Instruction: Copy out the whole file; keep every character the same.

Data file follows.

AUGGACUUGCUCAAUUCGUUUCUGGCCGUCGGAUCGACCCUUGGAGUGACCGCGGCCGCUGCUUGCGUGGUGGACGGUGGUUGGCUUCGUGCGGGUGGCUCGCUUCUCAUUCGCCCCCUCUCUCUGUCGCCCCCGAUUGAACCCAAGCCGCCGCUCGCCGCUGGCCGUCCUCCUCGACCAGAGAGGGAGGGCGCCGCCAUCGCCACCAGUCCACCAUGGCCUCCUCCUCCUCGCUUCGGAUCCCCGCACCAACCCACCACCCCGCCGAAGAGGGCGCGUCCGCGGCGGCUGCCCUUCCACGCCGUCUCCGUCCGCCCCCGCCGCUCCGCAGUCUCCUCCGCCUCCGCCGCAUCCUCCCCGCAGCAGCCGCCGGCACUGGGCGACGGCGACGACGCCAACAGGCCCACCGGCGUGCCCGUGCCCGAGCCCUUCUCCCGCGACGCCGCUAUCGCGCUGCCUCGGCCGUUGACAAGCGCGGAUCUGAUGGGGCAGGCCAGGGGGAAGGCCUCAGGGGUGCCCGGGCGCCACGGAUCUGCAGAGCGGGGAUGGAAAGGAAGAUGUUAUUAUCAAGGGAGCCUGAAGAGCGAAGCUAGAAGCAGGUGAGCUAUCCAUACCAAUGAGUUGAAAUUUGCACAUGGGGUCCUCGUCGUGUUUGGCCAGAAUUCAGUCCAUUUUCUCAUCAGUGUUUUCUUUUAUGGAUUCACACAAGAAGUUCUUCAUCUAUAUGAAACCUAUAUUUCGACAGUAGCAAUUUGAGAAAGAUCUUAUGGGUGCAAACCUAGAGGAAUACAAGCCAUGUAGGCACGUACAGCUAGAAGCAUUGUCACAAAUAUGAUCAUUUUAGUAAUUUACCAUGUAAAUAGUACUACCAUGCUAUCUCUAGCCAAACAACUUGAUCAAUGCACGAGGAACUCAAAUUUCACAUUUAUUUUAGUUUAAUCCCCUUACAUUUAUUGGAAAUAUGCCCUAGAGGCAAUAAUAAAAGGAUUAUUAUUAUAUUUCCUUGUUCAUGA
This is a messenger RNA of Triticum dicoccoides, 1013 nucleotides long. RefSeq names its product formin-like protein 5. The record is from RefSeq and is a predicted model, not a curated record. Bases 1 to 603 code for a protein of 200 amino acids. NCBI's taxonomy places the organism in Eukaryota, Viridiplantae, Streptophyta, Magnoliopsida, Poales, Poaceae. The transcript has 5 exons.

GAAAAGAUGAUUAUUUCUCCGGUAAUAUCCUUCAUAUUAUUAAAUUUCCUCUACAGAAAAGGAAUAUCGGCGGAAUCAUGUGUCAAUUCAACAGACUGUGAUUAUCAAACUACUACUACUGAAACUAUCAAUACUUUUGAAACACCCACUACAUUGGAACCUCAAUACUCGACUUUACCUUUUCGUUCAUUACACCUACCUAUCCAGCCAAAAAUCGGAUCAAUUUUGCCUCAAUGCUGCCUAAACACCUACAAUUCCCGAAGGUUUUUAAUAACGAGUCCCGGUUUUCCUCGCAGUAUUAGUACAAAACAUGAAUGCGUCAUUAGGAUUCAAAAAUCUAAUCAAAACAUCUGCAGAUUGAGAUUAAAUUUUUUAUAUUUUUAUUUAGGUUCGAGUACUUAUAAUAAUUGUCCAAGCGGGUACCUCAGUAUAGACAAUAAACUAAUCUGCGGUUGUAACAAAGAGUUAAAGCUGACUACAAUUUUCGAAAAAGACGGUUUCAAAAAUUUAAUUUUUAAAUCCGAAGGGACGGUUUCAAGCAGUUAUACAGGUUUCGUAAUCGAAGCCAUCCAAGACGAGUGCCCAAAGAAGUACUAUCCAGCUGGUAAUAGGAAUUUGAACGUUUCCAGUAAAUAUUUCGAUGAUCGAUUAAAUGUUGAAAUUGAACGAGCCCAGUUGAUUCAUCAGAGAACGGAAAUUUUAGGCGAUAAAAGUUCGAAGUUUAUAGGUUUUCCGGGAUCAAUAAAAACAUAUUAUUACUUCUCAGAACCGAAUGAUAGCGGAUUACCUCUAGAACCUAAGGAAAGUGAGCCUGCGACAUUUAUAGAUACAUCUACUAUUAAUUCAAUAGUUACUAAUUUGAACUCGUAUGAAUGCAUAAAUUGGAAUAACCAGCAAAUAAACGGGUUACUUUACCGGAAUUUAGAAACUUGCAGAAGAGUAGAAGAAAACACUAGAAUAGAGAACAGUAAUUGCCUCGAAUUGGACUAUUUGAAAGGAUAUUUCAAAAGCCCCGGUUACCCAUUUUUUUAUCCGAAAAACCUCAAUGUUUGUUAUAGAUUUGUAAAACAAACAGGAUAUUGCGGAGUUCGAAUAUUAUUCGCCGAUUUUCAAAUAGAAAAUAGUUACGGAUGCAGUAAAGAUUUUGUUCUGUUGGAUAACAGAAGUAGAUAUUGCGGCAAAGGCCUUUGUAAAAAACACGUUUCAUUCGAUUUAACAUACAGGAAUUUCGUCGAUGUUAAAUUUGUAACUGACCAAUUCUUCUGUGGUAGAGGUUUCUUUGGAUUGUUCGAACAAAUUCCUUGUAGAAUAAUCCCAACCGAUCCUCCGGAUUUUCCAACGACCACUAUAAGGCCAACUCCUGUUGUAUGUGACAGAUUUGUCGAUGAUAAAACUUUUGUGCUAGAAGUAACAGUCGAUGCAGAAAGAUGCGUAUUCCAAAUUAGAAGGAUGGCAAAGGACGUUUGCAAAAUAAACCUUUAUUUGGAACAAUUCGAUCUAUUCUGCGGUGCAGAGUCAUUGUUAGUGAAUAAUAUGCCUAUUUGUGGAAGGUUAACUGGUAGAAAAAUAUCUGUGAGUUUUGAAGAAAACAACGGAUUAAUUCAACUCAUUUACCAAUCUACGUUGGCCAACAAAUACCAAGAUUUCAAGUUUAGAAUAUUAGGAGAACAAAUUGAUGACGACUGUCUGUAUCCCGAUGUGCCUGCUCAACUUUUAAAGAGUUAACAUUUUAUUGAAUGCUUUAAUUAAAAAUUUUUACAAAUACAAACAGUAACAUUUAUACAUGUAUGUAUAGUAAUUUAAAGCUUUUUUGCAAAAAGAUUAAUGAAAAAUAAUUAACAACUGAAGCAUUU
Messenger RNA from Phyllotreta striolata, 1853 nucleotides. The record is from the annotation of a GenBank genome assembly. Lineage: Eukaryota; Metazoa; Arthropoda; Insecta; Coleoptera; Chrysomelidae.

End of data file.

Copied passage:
AUGGACUUGCUCAAUUCGUUUCUGGCCGUCGGAUCGACCCUUGGAGUGACCGCGGCCGCUGCUUGCGUGGUGGACGGUGGUUGGCUUCGUGCGGGUGGCUCGCUUCUCAUUCGCCCCCUCUCUCUGUCGCCCCCGAUUGAACCCAAGCCGCCGCUCGCCGCUGGCCGUCCUCCUCGACCAGAGAGGGAGGGCGCCGCCAUCGCCACCAGUCCACCAUGGCCUCCUCCUCCUCGCUUCGGAUCCCCGCACCAACCCACCACCCCGCCGAAGAGGGCGCGUCCGCGGCGGCUGCCCUUCCACGCCGUCUCCGUCCGCCCCCGCCGCUCCGCAGUCUCCUCCGCCUCCGCCGCAUCCUCCCCGCAGCAGCCGCCGGCACUGGGCGACGGCGACGACGCCAACAGGCCCACCGGCGUGCCCGUGCCCGAGCCCUUCUCCCGCGACGCCGCUAUCGCGCUGCCUCGGCCGUUGACAAGCGCGGAUCUGAUGGGGCAGGCCAGGGGGAAGGCCUCAGGGGUGCCCGGGCGCCACGGAUCUGCAGAGCGGGGAUGGAAAGGAAGAUGUUAUUAUCAAGGGAGCCUGAAGAGCGAAGCUAGAAGCAGGUGAGCUAUCCAUACCAAUGAGUUGAAAUUUGCACAUGGGGUCCUCGUCGUGUUUGGCCAGAAUUCAGUCCAUUUUCUCAUCAGUGUUUUCUUUUAUGGAUUCACACAAGAAGUUCUUCAUCUAUAUGAAACCUAUAUUUCGACAGUAGCAAUUUGAGAAAGAUCUUAUGGGUGCAAACCUAGAGGAAUACAAGCCAUGUAGGCACGUACAGCUAGAAGCAUUGUCACAAAUAUGAUCAUUUUAGUAAUUUACCAUGUAAAUAGUACUACCAUGCUAUCUCUAGCCAAACAACUUGAUCAAUGCACGAGGAACUCAAAUUUCACAUUUAUUUUAGUUUAAUCCCCUUACAUUUAUUGGAAAUAUGCCCUAGAGGCAAUAAUAAAAGGAUUAUUAUUAUAUUUCCUUGUUCAUGA
This is a messenger RNA of Triticum dicoccoides, 1013 nucleotides long. RefSeq names its product formin-like protein 5. The record is from RefSeq and is a predicted model, not a curated record. Bases 1 to 603 code for a protein of 200 amino acids. NCBI's taxonomy places the organism in Eukaryota, Viridiplantae, Streptophyta, Magnoliopsida, Poales, Poaceae. The transcript has 5 exons.

GAAAAGAUGAUUAUUUCUCCGGUAAUAUCCUUCAUAUUAUUAAAUUUCCUCUACAGAAAAGGAAUAUCGGCGGAAUCAUGUGUCAAUUCAACAGACUGUGAUUAUCAAACUACUACUACUGAAACUAUCAAUACUUUUGAAACACCCACUACAUUGGAACCUCAAUACUCGACUUUACCUUUUCGUUCAUUACACCUACCUAUCCAGCCAAAAAUCGGAUCAAUUUUGCCUCAAUGCUGCCUAAACACCUACAAUUCCCGAAGGUUUUUAAUAACGAGUCCCGGUUUUCCUCGCAGUAUUAGUACAAAACAUGAAUGCGUCAUUAGGAUUCAAAAAUCUAAUCAAAACAUCUGCAGAUUGAGAUUAAAUUUUUUAUAUUUUUAUUUAGGUUCGAGUACUUAUAAUAAUUGUCCAAGCGGGUACCUCAGUAUAGACAAUAAACUAAUCUGCGGUUGUAACAAAGAGUUAAAGCUGACUACAAUUUUCGAAAAAGACGGUUUCAAAAAUUUAAUUUUUAAAUCCGAAGGGACGGUUUCAAGCAGUUAUACAGGUUUCGUAAUCGAAGCCAUCCAAGACGAGUGCCCAAAGAAGUACUAUCCAGCUGGUAAUAGGAAUUUGAACGUUUCCAGUAAAUAUUUCGAUGAUCGAUUAAAUGUUGAAAUUGAACGAGCCCAGUUGAUUCAUCAGAGAACGGAAAUUUUAGGCGAUAAAAGUUCGAAGUUUAUAGGUUUUCCGGGAUCAAUAAAAACAUAUUAUUACUUCUCAGAACCGAAUGAUAGCGGAUUACCUCUAGAACCUAAGGAAAGUGAGCCUGCGACAUUUAUAGAUACAUCUACUAUUAAUUCAAUAGUUACUAAUUUGAACUCGUAUGAAUGCAUAAAUUGGAAUAACCAGCAAAUAAACGGGUUACUUUACCGGAAUUUAGAAACUUGCAGAAGAGUAGAAGAAAACACUAGAAUAGAGAACAGUAAUUGCCUCGAAUUGGACUAUUUGAAAGGAUAUUUCAAAAGCCCCGGUUACCCAUUUUUUUAUCCGAAAAACCUCAAUGUUUGUUAUAGAUUUGUAAAACAAACAGGAUAUUGCGGAGUUCGAAUAUUAUUCGCCGAUUUUCAAAUAGAAAAUAGUUACGGAUGCAGUAAAGAUUUUGUUCUGUUGGAUAACAGAAGUAGAUAUUGCGGCAAAGGCCUUUGUAAAAAACACGUUUCAUUCGAUUUAACAUACAGGAAUUUCGUCGAUGUUAAAUUUGUAACUGACCAAUUCUUCUGUGGUAGAGGUUUCUUUGGAUUGUUCGAACAAAUUCCUUGUAGAAUAAUCCCAACCGAUCCUCCGGAUUUUCCAACGACCACUAUAAGGCCAACUCCUGUUGUAUGUGACAGAUUUGUCGAUGAUAAAACUUUUGUGCUAGAAGUAACAGUCGAUGCAGAAAGAUGCGUAUUCCAAAUUAGAAGGAUGGCAAAGGACGUUUGCAAAAUAAACCUUUAUUUGGAACAAUUCGAUCUAUUCUGCGGUGCAGAGUCAUUGUUAGUGAAUAAUAUGCCUAUUUGUGGAAGGUUAACUGGUAGAAAAAUAUCUGUGAGUUUUGAAGAAAACAACGGAUUAAUUCAACUCAUUUACCAAUCUACGUUGGCCAACAAAUACCAAGAUUUCAAGUUUAGAAUAUUAGGAGAACAAAUUGAUGACGACUGUCUGUAUCCCGAUGUGCCUGCUCAACUUUUAAAGAGUUAACAUUUUAUUGAAUGCUUUAAUUAAAAAUUUUUACAAAUACAAACAGUAACAUUUAUACAUGUAUGUAUAGUAAUUUAAAGCUUUUUUGCAAAAAGAUUAAUGAAAAAUAAUUAACAACUGAAGCAUUU
Messenger RNA from Phyllotreta striolata, 1853 nucleotides. The record is from the annotation of a GenBank genome assembly. Lineage: Eukaryota; Metazoa; Arthropoda; Insecta; Coleoptera; Chrysomelidae.